artist profile: sara tatai
Sara Tatai is an Australian Sudanese artist. Sara has a BA in Painting and Photography from Deakin University, and a MA Design from the Royal Melbourne Institute of Technology. Sara is currently based in Melbourne, Australia.
How would you best describe your style and method?
My style is about colour, pattern and texture, and my subject is the female form. The majority of my paintings derive from life drawings; I select dynamic forms to reinterpret women I have drawn in warm up sketches. Blank, white canvases bore me so I always begin by priming them in bright yellow. After this, I work fairly quickly, applying three to four layers of paint with brushes and palette knives. I sometimes scratch patterns into the layers to reveal the colours beneath.
What is it about the female form that interests you artistically?
Throughout art history, the human form has always played a role as a communication device. My work currently focuses on the female form because I am very interested in exploring the dynamics of its structure, shape and language. Its simple, curvaceous lines inspire me.
What mediums are predominantly used in your work?
I use acrylic paint and markers on large-scale canvases. Sometimes I go to the home paint stores and buy rejected sample pots, or I get certain colours mixed.
Where did you grow up? How have the places you’ve lived influenced your work?
I grew up all around Victoria. Before I moved out of home at 19, I had lived in 13 houses around Melbourne (Spotswood/Yarraville area), Seymour, and Apollo Bay. Painting and drawing became my two constants in a life of transience. The small schools I attended in these places also very much encouraged creativity.
Did your parents encourage your creativity as a child? What role have they played in your decision to study art?
My mum, a great artist in her own right, has always encouraged me to pursue my creative urges. She took me to my first life drawing class at the age of 8. I was slightly scandalised when the man I’d chatted to before class suddenly took off all his clothes and began modeling! To this day my mum and I continue to attend life drawing classes together and share a mutual love of fine art.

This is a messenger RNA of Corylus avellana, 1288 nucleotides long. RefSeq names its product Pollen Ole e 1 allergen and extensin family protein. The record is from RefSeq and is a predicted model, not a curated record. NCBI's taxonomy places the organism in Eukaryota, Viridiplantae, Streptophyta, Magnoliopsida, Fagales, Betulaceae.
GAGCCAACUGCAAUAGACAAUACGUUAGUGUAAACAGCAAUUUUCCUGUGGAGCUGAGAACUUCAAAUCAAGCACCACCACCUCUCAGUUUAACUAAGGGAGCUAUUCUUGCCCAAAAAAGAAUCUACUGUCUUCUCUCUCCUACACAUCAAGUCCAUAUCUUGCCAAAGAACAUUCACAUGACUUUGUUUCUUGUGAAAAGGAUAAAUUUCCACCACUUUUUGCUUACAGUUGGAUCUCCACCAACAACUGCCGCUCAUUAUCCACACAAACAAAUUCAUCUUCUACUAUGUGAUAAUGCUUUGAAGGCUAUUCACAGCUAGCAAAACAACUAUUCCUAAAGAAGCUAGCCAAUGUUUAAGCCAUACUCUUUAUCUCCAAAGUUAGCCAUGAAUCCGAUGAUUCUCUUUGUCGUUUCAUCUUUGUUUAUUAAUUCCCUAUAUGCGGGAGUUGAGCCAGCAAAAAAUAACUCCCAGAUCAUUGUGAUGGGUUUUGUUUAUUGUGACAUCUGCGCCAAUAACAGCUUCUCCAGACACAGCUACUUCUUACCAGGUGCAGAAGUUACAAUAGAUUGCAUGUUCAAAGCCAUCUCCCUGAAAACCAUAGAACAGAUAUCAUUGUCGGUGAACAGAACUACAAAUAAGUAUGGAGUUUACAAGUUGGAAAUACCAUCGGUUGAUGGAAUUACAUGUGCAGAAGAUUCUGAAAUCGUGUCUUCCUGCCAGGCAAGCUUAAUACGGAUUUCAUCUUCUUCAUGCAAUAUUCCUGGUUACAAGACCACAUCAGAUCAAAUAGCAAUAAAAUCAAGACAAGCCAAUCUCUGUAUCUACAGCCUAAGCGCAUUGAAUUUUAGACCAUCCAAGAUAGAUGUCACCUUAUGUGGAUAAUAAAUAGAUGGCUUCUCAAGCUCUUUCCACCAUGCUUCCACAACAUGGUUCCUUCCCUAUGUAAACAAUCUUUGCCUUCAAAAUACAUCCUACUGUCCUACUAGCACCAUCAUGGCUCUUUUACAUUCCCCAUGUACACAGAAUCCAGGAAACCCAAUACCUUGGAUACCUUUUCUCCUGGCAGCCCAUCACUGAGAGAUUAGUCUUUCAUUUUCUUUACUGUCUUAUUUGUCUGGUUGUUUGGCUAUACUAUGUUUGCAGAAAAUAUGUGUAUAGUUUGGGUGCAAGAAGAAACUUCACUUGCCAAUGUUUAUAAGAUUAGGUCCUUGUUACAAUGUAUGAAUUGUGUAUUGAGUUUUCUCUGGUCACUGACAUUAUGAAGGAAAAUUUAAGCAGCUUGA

Name some favourite places for artistic inspiration:
Other artists and creative people inspire me with their passion and energy. It’s great to be exposed to new artistic influences, styles and thoughts on a daily basis through blogs, e-newsletters, and various websites. I also try to attend galleries as often as I can, from the NGV to studios of local artists.
Are there any other major interests or passions in your life that influence your work (eg. music, academic pursuits, political pursuits, etc)?
More than anything, I find that my artwork influences my life, mood and perception of the world. I suppose I could flip that sentence around and it would also be correct. Chicken/egg?
To what extent does your artwork overlap with your personal life?
I often see autobiographical elements after I finish a piece, but it’s never a conscious intent or starting point for my work. I’m always astonished at how much of my life story unconsciously appears on the canvas.
Who has inspired you?
So many artists inspire me. A few of my favourites include Schiele for his uniquely descriptive (and raunchy) interpretation of the human form; Matisse for his expressive linear rendering; and Whitely for his wonderfully exaggerated and curvaceous portraits of Wendy.
Have your artistic goals and areas of interest changed from when you first began? Do you feel you’ve gradually developed your own style?
Over the last year I have found myself more consciously working to develop a process and style, but I know that this will continue to develop and evolve, which is the beauty of creating art. Painting makes me happy and as long as it continues to do so I’ll always be achieving my artistic goal.
My immediate plans revolve around a move to Canada later this year, so I’m currently trying to secure residencies in Montreal, New York or Oaxaca. I’ve also been discussing an exhibition opportunity with the Brick Lane Gallery in London.
By Elisabeth Morgan
For all purchasing, exhibition, service and media inquiries please contact Sara by email at: firstname.lastname@example.org